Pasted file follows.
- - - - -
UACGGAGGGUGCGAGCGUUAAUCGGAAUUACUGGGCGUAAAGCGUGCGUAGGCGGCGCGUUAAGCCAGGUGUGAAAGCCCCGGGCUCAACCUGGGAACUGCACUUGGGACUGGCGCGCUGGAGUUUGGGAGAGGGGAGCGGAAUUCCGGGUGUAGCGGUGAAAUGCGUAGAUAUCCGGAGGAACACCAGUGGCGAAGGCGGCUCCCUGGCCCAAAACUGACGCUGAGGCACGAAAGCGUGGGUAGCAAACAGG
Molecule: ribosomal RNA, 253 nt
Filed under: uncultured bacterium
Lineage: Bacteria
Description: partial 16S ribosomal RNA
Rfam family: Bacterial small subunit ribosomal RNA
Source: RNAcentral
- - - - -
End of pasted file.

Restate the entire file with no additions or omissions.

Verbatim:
UACGGAGGGUGCGAGCGUUAAUCGGAAUUACUGGGCGUAAAGCGUGCGUAGGCGGCGCGUUAAGCCAGGUGUGAAAGCCCCGGGCUCAACCUGGGAACUGCACUUGGGACUGGCGCGCUGGAGUUUGGGAGAGGGGAGCGGAAUUCCGGGUGUAGCGGUGAAAUGCGUAGAUAUCCGGAGGAACACCAGUGGCGAAGGCGGCUCCCUGGCCCAAAACUGACGCUGAGGCACGAAAGCGUGGGUAGCAAACAGG
Molecule: ribosomal RNA, 253 nt
Filed under: uncultured bacterium
Lineage: Bacteria
Description: partial 16S ribosomal RNA
Rfam family: Bacterial small subunit ribosomal RNA
Source: RNAcentral